With the release of the Android 11 developer preview, Google was discovered to be testing a software feature called “Colombus” gestures, which allows users to input a double-tap through the back of a smartphone, triggered by the accelerometers in the device.
With the second release of the Developer Preview, more hints arrive regarding the Colombus gesture. These hints reveal that Colombus is being tested on the Google Pixel 3 XL, Pixel 4, and Pixel 4 XL. Two new actions were added as well: screenshot, and recent apps. In addition, Google has refined the feature to prevent false inputs – all this according to XDA Developers.
Colombus uses information from the device’s accelerometer and gyroscope sensors to interpret when the user has double tapped. In addition, the gesture will not work under all conditions, like with the screen turned off, the camera active, or at the lockscreen as to prevent unnecessary battery drain and accidental inputs.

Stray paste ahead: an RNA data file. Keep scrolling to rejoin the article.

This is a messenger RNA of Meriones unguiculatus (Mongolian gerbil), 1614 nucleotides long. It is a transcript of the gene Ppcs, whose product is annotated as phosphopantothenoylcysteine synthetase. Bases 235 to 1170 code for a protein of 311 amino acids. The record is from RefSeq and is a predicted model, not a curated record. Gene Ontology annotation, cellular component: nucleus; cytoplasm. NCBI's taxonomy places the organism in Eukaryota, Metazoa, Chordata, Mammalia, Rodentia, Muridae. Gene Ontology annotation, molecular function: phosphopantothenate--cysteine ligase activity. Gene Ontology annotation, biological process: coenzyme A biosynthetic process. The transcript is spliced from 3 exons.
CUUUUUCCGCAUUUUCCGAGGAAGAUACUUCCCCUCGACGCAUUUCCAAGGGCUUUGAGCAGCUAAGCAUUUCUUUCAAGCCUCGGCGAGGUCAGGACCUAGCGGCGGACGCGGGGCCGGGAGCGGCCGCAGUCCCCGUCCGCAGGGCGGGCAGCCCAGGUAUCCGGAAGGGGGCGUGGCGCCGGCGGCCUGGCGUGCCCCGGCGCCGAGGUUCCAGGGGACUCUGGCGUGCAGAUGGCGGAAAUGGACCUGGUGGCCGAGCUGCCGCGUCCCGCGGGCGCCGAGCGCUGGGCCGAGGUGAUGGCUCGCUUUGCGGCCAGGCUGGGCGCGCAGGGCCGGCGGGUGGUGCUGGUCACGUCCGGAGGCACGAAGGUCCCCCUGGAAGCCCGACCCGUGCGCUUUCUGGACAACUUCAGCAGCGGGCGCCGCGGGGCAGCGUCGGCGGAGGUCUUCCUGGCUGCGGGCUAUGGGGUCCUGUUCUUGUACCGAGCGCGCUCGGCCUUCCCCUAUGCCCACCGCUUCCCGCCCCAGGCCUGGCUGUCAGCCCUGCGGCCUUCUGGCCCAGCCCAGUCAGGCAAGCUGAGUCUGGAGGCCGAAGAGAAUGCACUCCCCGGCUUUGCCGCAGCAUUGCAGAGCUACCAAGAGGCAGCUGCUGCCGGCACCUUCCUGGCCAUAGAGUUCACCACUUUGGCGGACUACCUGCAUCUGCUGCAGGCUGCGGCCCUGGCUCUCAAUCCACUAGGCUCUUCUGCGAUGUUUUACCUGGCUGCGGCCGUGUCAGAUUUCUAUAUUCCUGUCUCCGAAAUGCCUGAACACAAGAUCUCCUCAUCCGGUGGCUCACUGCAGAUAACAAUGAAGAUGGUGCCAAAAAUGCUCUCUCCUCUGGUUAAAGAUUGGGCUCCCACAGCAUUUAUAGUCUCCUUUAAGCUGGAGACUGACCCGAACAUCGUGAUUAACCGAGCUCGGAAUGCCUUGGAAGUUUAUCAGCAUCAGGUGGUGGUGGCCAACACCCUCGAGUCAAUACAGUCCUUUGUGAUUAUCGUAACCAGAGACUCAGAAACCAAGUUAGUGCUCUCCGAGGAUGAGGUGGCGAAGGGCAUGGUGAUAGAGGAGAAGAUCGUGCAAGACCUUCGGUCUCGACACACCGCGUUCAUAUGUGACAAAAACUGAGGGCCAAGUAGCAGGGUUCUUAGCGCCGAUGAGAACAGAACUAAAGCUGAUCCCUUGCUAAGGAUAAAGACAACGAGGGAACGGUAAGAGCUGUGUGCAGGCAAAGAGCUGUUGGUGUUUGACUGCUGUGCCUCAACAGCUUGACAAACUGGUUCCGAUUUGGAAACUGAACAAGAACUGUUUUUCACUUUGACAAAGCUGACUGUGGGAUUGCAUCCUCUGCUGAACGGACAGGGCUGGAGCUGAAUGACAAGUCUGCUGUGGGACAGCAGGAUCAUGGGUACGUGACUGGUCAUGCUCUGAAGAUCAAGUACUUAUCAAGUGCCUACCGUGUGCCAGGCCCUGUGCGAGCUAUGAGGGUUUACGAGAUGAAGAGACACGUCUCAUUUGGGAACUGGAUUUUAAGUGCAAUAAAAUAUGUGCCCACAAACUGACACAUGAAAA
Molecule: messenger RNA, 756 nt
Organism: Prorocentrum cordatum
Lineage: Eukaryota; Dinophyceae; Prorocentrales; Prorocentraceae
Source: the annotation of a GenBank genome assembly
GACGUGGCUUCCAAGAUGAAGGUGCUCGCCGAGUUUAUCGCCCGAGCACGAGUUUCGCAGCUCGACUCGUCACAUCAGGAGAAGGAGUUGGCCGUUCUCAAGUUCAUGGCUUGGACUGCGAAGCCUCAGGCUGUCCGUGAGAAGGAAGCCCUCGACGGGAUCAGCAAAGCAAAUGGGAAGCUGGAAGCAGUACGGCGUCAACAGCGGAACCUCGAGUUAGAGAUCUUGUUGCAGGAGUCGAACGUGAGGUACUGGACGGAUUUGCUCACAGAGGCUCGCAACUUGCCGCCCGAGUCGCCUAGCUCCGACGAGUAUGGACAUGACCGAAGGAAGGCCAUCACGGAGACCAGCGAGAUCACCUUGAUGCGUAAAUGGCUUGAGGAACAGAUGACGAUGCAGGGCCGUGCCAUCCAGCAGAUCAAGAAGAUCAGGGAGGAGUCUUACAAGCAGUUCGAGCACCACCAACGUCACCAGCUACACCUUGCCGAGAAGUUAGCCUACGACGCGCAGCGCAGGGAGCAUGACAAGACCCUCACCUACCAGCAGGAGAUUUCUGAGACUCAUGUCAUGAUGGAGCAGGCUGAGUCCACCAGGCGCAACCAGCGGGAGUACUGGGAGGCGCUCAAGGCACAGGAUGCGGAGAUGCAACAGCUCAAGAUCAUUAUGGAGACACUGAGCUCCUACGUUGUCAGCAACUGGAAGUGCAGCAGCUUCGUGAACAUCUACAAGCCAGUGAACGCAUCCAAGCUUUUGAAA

In addition to the new gestures mentioned above, Colombus gestures can also trigger the camera, dismiss a timer, launch Google Assistant, play/pause music, collapse the status bar, silence incoming calls, snooze alarms, perform a “user selected action”, and unpin notifications.
According to XDA Developers, Pixel smartphones since the Pixel 2 and 2 XL already have the hardware needed to support this feature and XDA has even been able to get the feature to work on a Pixel 2, but it will be up to Google to officially implement it in legacy Pixel devices.
Would you find the Colombus gesture useful? What would you program it to do?
My old Nokia 5500 phone had that feature way back in 2008. One of the slickest thing ever. My phone will be in my pocket and I could control my music just by tapping my pocket.
Very helpful but...I wonder if you install a case on the back!?
What if you tap your bulky smartphone a little too hard and it suddenly falls from your hand?